This is why He said, “Harass the Midianites … for they harassed you.” According to Or ha-Chaim, a prominent 18th century Moroccan rabbi, the purpose of God’s two-fold command was not merely simple revenge. Rather, the desire for immoral pleasure and pagan worship, once experienced, is very hard to eradicate. That desire is constantly in danger of reasserting itself, and the way to deal with such a danger is by making people understand that what they think is a tempting pleasure is really an enemy, a threat to their very existence. Israel therefore had to become convinced that Midian had nothing to offer them… and the way to cultivate that conviction was by seeing and treating the Midianites, ever after, as a hateful and despised people.
Of course, one can try to accuse God of being unduly harsh because of this, but that’s only if one persists in not seeing Peor worship (or any kind of idolatry, for that matter) as the abominable, destructive thing that it was. … To revisit the drug-taking analogy, anyone who’s ever had a loved one struggle with addiction will know that drugs and junkies and dealers – any sordid thing or person connected with the addict’s old life, basically – are to be recognised as inimical to their loved one’s rehabilitation, and not given any quarter whatsoever. As well, they will know the anger and consuming desire to see the destruction of every den and needle and poppy field in existence… which is about the closest comparison I can think of to illustrate how God must’ve felt, and why He would’ve sanctioned the widespread destruction of Midian which He did.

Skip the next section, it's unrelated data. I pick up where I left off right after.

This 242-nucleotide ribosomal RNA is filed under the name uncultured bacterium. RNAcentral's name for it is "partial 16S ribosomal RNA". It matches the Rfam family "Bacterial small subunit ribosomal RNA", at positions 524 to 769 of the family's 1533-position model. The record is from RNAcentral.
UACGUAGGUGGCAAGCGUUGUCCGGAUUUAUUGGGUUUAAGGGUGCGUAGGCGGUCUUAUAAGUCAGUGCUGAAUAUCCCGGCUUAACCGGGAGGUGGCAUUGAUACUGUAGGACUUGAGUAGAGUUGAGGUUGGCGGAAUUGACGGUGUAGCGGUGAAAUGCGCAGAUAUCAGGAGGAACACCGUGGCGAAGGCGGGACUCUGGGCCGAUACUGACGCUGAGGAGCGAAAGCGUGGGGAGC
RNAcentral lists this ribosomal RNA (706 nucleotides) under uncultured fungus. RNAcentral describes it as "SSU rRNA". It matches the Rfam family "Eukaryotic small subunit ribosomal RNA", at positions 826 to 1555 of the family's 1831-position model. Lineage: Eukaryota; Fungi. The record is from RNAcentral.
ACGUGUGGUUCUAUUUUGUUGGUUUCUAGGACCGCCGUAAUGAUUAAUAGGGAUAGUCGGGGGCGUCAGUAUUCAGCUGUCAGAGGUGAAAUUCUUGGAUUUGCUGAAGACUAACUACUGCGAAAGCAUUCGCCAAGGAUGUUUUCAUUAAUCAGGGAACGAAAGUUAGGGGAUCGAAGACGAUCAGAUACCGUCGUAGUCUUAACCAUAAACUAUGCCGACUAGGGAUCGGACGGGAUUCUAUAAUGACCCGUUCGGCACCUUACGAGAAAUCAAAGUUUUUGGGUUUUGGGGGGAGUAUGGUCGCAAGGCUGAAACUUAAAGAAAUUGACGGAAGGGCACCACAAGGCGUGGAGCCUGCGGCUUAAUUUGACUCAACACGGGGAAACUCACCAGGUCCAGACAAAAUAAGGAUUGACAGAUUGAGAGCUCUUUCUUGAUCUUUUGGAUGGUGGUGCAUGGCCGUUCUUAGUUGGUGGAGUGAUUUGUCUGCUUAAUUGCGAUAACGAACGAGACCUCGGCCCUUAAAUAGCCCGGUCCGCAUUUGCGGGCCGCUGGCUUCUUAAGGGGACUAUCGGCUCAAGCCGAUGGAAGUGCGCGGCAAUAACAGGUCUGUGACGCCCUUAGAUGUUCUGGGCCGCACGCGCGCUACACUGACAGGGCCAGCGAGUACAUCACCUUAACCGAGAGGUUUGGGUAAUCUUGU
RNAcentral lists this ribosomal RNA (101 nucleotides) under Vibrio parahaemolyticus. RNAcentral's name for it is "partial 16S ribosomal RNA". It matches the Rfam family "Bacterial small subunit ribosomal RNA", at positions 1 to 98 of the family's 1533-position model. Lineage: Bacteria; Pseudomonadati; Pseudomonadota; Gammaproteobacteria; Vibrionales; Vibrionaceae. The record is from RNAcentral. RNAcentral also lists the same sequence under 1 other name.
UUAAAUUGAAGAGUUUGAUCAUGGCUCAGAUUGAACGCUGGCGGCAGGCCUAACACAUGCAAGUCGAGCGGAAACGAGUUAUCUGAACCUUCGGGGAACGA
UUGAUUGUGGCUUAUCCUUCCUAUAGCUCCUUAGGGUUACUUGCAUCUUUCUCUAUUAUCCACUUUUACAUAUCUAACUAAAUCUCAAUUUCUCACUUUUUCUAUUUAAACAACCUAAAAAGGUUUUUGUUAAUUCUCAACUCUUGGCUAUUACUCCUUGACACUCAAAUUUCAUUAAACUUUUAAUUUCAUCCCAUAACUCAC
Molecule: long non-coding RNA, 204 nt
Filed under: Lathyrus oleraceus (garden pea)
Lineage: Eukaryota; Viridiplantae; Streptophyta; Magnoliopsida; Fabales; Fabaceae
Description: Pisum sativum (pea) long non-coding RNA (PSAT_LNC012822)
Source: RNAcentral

In fact, if we read Numbers 22, we see that Moab felt “exceedingly afraid” and “sick with dread” when it came to Israel. So the king consulted with Midian as to what they should do, and Midianite elders accompanied the Moabites to see Balaam. Afterwards, Numbers 25:15 states that Cozbi, the woman who successfully seduced Zimri, a head of Simeon, was the daughter of a Midianite leader. These subtle but well-placed brushstrokes of detail indicate that Moab acted primarily out of fear for their own survival, whereas Midian was far more brazen about things – not even hesitating to offer up one of their own princesses to do the dirty work of corrupting Israel… to the point where an Israelite chief completely forgot himself, and had the temerity to openly present her to his brethren in front of Moses and the entire camp. Coupled with the fact that God did not pronounce the same kind of fate on Moab which He did Midian, this indicates that Midian had the greater share of blame for what happened in Israel.
So for those who insist on seeing Numbers 31 as an indictment of God’s supposedly genocidal tendencies, their case fails (as it does in the matter of the Canaanites) if one only deigns to look at the Scriptures and consider what they actually say, rather than what an ill-informed, superficial reading might at first suggest. … God wasn’t ordering the dismantling of Midian for its own sake, as if He were some callous, capricious, vicious despot, but because Midian had purposely, remorselessly committed a grave and irreversible evil to His children – and that evil could not be allowed to go unpunished.
But to complete our examination of the matter, we also have to deal with the second and equally, if not more, troubling part of Israel’s war with Midian: the taking of plunder and captives. … How is God’s role in that respect to be justified?